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August 5, 1982     Cheney Free Press
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August 5, 1982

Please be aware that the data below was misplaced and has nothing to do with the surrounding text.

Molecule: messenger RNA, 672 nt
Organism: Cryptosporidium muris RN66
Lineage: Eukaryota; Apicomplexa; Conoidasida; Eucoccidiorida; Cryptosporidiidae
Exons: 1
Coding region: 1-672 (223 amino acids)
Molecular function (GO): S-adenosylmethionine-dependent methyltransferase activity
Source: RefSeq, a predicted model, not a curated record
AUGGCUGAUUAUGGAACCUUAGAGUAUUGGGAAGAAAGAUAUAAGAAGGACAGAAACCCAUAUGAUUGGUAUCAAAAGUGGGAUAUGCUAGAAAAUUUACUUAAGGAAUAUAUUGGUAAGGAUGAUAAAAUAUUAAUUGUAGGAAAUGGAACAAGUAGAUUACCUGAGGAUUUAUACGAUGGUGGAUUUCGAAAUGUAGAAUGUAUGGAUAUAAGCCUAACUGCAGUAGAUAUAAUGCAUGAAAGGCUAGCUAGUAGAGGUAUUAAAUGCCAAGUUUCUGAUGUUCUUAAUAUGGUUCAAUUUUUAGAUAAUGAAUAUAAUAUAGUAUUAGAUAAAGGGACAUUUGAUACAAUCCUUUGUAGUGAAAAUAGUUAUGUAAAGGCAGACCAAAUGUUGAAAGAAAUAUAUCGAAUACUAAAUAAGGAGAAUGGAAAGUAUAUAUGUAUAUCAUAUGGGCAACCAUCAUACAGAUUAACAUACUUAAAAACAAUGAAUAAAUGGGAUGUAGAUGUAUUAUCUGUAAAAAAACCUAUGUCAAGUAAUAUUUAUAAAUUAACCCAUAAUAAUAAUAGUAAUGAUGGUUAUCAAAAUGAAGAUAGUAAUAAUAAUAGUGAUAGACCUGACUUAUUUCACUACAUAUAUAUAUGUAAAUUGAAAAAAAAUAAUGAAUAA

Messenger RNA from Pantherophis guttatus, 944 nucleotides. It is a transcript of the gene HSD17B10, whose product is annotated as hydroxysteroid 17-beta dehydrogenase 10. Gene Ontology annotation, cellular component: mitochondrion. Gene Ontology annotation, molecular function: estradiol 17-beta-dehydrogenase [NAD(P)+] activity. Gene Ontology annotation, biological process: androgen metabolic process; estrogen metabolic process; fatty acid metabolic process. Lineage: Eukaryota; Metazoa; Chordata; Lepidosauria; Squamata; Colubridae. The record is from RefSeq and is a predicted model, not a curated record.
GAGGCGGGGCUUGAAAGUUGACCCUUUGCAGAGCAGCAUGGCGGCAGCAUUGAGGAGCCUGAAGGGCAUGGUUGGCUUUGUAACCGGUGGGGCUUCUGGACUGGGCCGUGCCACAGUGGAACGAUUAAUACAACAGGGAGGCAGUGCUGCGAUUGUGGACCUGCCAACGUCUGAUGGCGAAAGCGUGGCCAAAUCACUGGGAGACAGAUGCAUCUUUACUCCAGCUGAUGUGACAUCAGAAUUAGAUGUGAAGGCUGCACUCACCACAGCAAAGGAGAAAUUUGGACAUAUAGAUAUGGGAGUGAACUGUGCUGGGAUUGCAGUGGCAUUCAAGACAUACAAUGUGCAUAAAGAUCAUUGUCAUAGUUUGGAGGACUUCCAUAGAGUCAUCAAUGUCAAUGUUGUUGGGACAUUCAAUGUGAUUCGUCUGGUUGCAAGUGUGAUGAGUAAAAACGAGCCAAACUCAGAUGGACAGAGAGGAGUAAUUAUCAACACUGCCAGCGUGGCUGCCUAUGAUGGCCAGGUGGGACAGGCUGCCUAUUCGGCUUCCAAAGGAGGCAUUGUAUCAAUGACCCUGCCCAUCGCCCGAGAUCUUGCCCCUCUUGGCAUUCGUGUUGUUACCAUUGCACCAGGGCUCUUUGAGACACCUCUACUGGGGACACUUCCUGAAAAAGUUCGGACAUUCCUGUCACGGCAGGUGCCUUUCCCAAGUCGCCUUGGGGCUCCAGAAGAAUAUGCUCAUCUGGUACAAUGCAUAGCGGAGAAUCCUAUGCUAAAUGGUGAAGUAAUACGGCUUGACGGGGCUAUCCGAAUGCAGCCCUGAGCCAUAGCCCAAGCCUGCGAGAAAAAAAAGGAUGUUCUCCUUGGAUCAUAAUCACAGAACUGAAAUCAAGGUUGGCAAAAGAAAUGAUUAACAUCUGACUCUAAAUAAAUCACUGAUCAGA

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Page 4 ChPnev Free Press [] [] Thursday, August 5, 1982 Labor force ready and willing Letters This week, the Cheney Free Press takes a look at the community's major industries--the Nabisco Flour Mill and Key Tronic. While one has just opened, the other has been around almost as long as the community itself. In both stories, management looks upon its employees as the key to success. In taking employment applications, both companies recently found out that there are a lot of local people who desire to work in Cheney, and this is just one reason why the Industrial Development Council of the Cheney Chamber of Commerce is working to try to bring in more new industry to the community. Land currently is available for development--with services--at the city's industrial park site west of town. Key Tronic will have its site inthe park fully landscaped by next summer--which should help in attracting more business with its campus-style design. The pride shown by Cheney industry for its employees is returned by the employees in their competent on-the-job performance. Hopefully, more businesses will be quick to recognize the eager and willing workforce that exists here. How to harvest, store garden produce Elsie L. Jarvis Spokane County Master Gardener [Note: The author grew up near the Felts Field Airport. She notes her father always kept a cow, chickens, rabbits and sometimes a pig, along with a small nursery. Evenings and week- ends were spent helping her family with landscaping and gardening. Now, after 50 years of marriage, she and her husband are just starting to think about cutting back on the size of their large garden. ] Now comes the best part -- the rewards for all the hours you spent planting, watering and growing that garden. Of course, you have already been enjoying the radishes, onions, lettuce, asparagus and peas, also early cabbage and broccoli. But now the beans are coming on thick and fast. If you have planted more than can be consumed during the season, you will want to freeze or can the rest for winter meals. If this is your first venture into gardening and preserving foods, most good cookbooks give directions how to Master Gardening tips care of itself by folding the inner leaves over the head as it forms. If yours is the regular kind, you will need to watch and fasten the leaves over with soft twine or plastic strips, otherwise the sun will turn it an unattractive yellow color before it is fully developed. Broccoli & beets When you cut that beautiful large center head of broccoli, do not pull the root and it will reward you by forming many more smaller heads on the rest of the stalk. Broccoli freezes beautifully for tasty dishes this winter. Depending on when you planted your beets, they may need thinning about now, and those tender young leaves make excellent greens. Corn Eggplants have never done too well for me, so I gave up on them, but perhaps you had better luck. The fruit is best if picked young when 1/3 to 2/a its normal mature size. It should have a high gloss .and hold an indentation made by pressing with the ball of the thumb. If seeds have turned brown, it is too mature. Those tiny onion sets you planted early this spring are hopefully making good sized bulbs by now and you can tell when they are ripe as the tops get yellow and start to fall over. When most have fallen, use a rake to break the rest over. Then, when all the tops look dead, pull them and spread in the sun to dry three or four days. If you have an old screen, it makes a good rack for this. When they are dry, it is best to store them in mesh bags or o'ld nylons so air can circulate around them. the vines turn brown before digging potatoes for winter keeping and they should lay on the ground till dried off before storing but not so long as to start turning green. Did you know you can "steal" a few here and there when the vines have flowered? Just reach around the plant carefully and you will find some large enough to cream with peas. Squash Squash are either summer or winter. The best known and probably most prolific summer variety is zucchini. It and all early squash are best harvested when young and tender. Winter squash, along with pumpkins, must be thor- oughly mature to keep well. If left on the vine until after a good cold snap the flavor is improved. Last, but not least, we have tomatoes. Surely everyone can tell by the size, color and firmness when the tomato is ripe and ready. And isn't it delicious just picked from your own vine with the Warmth of the sun all through it? No store ever sold a tomato that can compare with the one you just picked from your own garden. '1 resign.' Note: The following is an open letter to the editor, originally adaressed to Dr. Duane G. Timmpson, vice provost for Academic Affairs at Eastern Washington University.] Dear Editor, Last week I received a one-year term contract to teach at the Robert Reid Laboratory School, which is a part of the Education Department at Eastern Washington University. This is my sixth such contract, but this year things are different. In the latest budget cuts at Eastern, the lab school lost its 5th and 6th grades. This decision was not made by the Education Department, but rather by members of the ad- ministration who put the lab school at the bottom of their priority list, along with varsity swimming and wrestling. Over the past 60 years, the Robert Reid Laboratory School has provided opportunities for prospective teachers to have some experience prior to student teaching, some opportunity to practice three or four of the hundreds of skills of teaching. However, lab schools across the nation have been closing at an alarming rate, and, given the continuing financial difficulties of the state, this looks like the beginning of the end for the lab school at Eastern. Yet, ironically, the State of Washing- ton has just recently established condi- tions for teacher certifications which requires that future teachers demon- strate competency in certain teaching skills. From my experience with educa- tion courses, I believe that it is highly unlikely that future teachers can demonstrate or even adequately learn their teaching skills without some type of lab experience. Secretaries do not learn to type without typewriters; doctors do not learn how to practice without an internship; and teachers learn how to teach, by having ex- perience in the classroom. One result of this situation is that a doctoral degree so I could stay at Eastern, but I've also become terribly disillusioned about higher education and confused about what excellence in higher education means. I've found that my salary is $8,000 less than if I were to teach in the public schools in Spokane. I've found that my work load and responsibilities are about double those of a public school teacher. And I've seen too many of my collegues with doctoral degrees who teach 10 hours a week (at twice my salary), but can't be found anywhere on campus after I I a.m. and not at all on Fridays. I must hastento add that the majority of my colleagues do not fall in this category, but even a few is too many. In short, I believe in the mission of the lab school and have tried my level best to do my part in making it an excellent institution, but apparently the administration (and perhaps a large part of the faculty) at Eastern does not share my idealism. The Robert Reid Laboratory School is something that could help make Eastern the best teacher training institution north of UCLA, but it is being treated as though it were a frill. And I personally can no longer afford--financially or emotionally--to continue my efforts on a sinking ship. I resign, Sincerely, Darlene Y. Weller Anti-Port District The Spokane County Pomona Grange meeting in Rockford, after listening to an attorney promoting the Port District for Spokane County, voted unanimously to oppose the port district at this time. Pointing out the distressed condition of the economy, especially agriculture, we feel that the one thing that we don't need at this time is an increase in taxes. All the tax money in Spokane County will NOT bring any industry to our county until the economy improves. can or fl:eeze, etc., or you can call on your County Extension Service at N. 222 Havana, Spokane 99202 (phone 456- 365t) to send you helpful brochures. Beans & cabbage You can have a good long season if bean vines are kept watered and well picked. (Do NOT leave any mature pods on the vines -- the object being to produce seeds; once this is accom- plished, they will stop putting out new pods. ) It you had any early cabbage left when hot weather hit, you may have found some heads were splitting. It may not look so elegant, but don't throw it away; it is still good to eat. Some gardeners twist the plant to break some of the roots and keep the heads from splitting or hold off on water when the heads are fully formed. Breaking is very seldom a problem with the late varieties. Cauliflower Did you plant the self-blanching variety of cauliflower? If so, it takes Corn is determined to be ready for eating when those pale gold silks have turned a dark brown and ears feel full and firm. If you cannot tell, another way is to pull a portion of the husk away and peek at the kernels. The ideal way to serve it is as Jim Crockett used to tell us: "Have your kettle of water on to boil and get the freshly picked corn into it as fast as possible." If this does not fit into your schedule, the next best thing is to put it in a cool place with the husk still on for protection until you can cook it. But the sooner you get it from the garden onto your dinner plate, the better the flavor. Corn may be pre- served for winter use by freezing, canning or drying. Cucumbers As soon as your cucumbers are the size you want to use, be sure to pick them and NEVER leave any on to mature as long as you wish them to keep producing or the vines will stop setting on new fruit. If you find you have more than you can use, share them with a neighbor. Food clinics scheduled WSU Cooperative Extension has trained 20 area resident to help you with any questions you may have about canning, freezing, drying, selection, storage, pickling, and making jams and jellies. Volunteer Master Food Preservers are able to answer your food preserva- tion questions, Monday through Friday, from 9 a.m. until noon, at the Spokane County Cooperative Extension Office; telephone : 456-3651. A Master Gardener-Master Food Preserver double hitter on Growing, Selecting and Preserving Fruit and Vegetables will be held Aug. 20 from 10 a.m. until 2 p.m. at the Franklin Park Mall in Spokane. Of special interest to southeast Asian immigrants in the area is the three-day mini-course covering all areas of food: preservation, offered at the Ag Center, Aug. 23, 25 and 27, from 2 until 4 p.m., in cooperation with the Washington Asso- ciation of Churches Refugee Resettle- ment Program. Beginner or expert at food preser- vation, don't hesitate to discuss the most up-to-date food preservation in- formation with the Master Food Pre- servers. are of the size or ripeness desired. They may be frozen, canned or dried to preserve them for future use. We all know that you must wait until Our resolution Subordinate Granges; join us in opposition to The pro-port district upon the county this issue of the instead of the general l ber, hoping that so busy in the fields vote in the primarY strategy is not observation is 75 and 100% of vote NO on the port Sincerely, h'a E. Shea Thank you Our family wishes volunteers who home and property, noon and evening of Thorpe and Ass and Polk Road, and which consumed trees and the home We don't know who' but we are grateful wi,h to thank all children and teena hel l) with either firemen or shovels special thanks to Fire District #10, volunteers from and volunteers Natural Resources up afterwards until evening. A thank ton Water Power talked to us during thet. we still had power at our well to fight the It is ver saved when our.nel destroyed. We also friends and neighbors f and prayers during The Loyd Jacob This article has not covered all the school districts will now, more than Peppers&spuds varieties ofgardenproducebuttriedto ever, have to take on the responsibility Olympia Report give information on those most corn- of providing their new teachers with Peppers can be picked any time they monly grown. We hope you have had on-the-job training. Either that, or hire only experienced teachers. much success and enjoy your garden as much as we do ours. And, if you tried something that turned out less than perfect -- better luck next year! Higher education, particularly the teacher training component, is in serious trouble. Teacher training in- stitutions, including Eastern, are often theory-based, and professors of educa- tion are notorious for having wonderful theoretical suggestions about how best to teach while betraying their own best intentions by not applying their theories to their own teaching. Example: the professor of a course on the teaching of writing who spent 10 weeks (30 hours of lecture time) discussing how to teach writing, but never gave his students the opportunity to write, let alone teach a writing lesson. A great deal is known about how people learn, how best to create the environment for that learning, and how to prepare people to teach, but much of that knowledge fails to become the working equipment of classroom teachers. And, with the closure of the 5th and 6th grades at Robert Reid, the problem has just gotten worse at Eastern. Dr. (George) Frederickson, presi- dent of Eastern, talks constantly of excellence. In my five years at this institution, I have striven for excellence in my teaching (both as an elementary teacher and as a college instructor), in my research, and in my service to the community. I have served on commit- tees; I have developed new courses; I have created programs which have brought hundreds of future college students on campus. I have been instru- mental in bringing educators from throughout Washington to our campus. I have served on a national curriculum committee for two years. I have given presentations at national conferences. I have taught courses in rural areas of Eastern Washington. My experience at Eastern has been exciting and challenging; I've grown, and I've seriously considered pursuing Removing the sales tax from food without adequate replacement of lost funds would have drastic conse- quences, two respected state legislators warned in the 1977 voters pamphlet, when that was on the ballot the first time: --Spending would have to be reduced and most heavily in the areas of schools, institutions and public ser- vices, since they amount to 80 percent of the total budget. --If the courts required full funding of schools, then the cuts would fall even heavier on social programs. --If tax increases are the alternative, it could require a raise in the state sales tax of one cent, extension of the sales tax to services plus a 10 percent increase in business taxes, or enact- ment of personal and corporate income taxes. State Sen. Hubert Donohue, D- Dayton, and State Rep. Helen Som- mers, D-Seattle, said it. A majority of the voters chose to ignore that, and the tax was eliminated as of July 1, 1978. The vote was 521,062 to 443,840. Every county on the west side of the state went for it, except Whatcom and Skamania. Every county on the east side gave it less than a majority, except Spokane and Pend Oreille. Almost half of the "yes" votes -- 208,781 -- came from King County alone. Most of the remainder were out of Pierce, Snohomish and Spokane Counties. Opposition to it was heaviest in Yakima, which dumped it three to one, Adams, Whitman and Klickitat Coun- ties. Theory regarding the outcome was that the initiative carried on the votes of the welfare recl hearts in the big east side of the state because residents tax on food was the those welfare recipient-' ought to pay something, And what has ha There have been institutions and publ] There is a court suit expected to result in schools alone, social programs. The has been raised a surtax on other taxes. And the sales tax hash food for a period of 14 once more June 30, Another initiative is ballot, taking the schedule, and income tax. It's a flawed Gov. John Spellman, raise sufficient money what's lost prior to But though there was I 7-day special session of foregone conclusion initiative and finding money now, nothing That was the last James McDermott ocratic can tive is their ticket election thi's fall. All on welfare-wiil turn out initiative where the home for the Oh, sure, a lot of folk st simply out of chagrin ious removal of it That's understandable. $ want to see other better think twice. Sunrise in Cheney Is captured behind this weed, providing a unique silhouette, photo by Tom Thrun Sunrise Publication Policy The volume of news the Free Press receives each week for publication makes necessary an organized schedule for receiving and printing stories and photo- graphs. Generally the rule is the earlier items are received, the better the chance for publication. The Free Press requests that contributors observe the following dealines which will be strictly enforced: SPORTS, LATE BREAKING NEWS, OBITUARIES, MEETINGS OF GOVERNMENT AGENCIES- Tuesday, 10 a.rn. CHURCH NEWS, WEDDINGS, CLUB MEETINGS, ALL OTHER SOCIAL NEWS- Monday, noon GENERAL ADVERTISING- Monday, 5 p.m. CLASSIFIED ADVERTISING- Tuesday, noon All letters must be signed, with the writer bearing sole respon- sibility for their contents; libelous letters will not be printed POSTMASTER: Send address corrections to Cheney Free Press, P.O. Box 218, Cheney, Washington 99004 Published at 1855 1st Street, Cheney, Washington 99004 Second Class Matter entered at the Post Office at Cheney, Washington, under the Act of March 3. 1879. Published every Thursday morning by the Times Pub- lishing Company, Davenport, Washington. Publisher ............................. Jerome H. Jantz Editor ..................................... Tom Thrun Education/Medical Lake .................. 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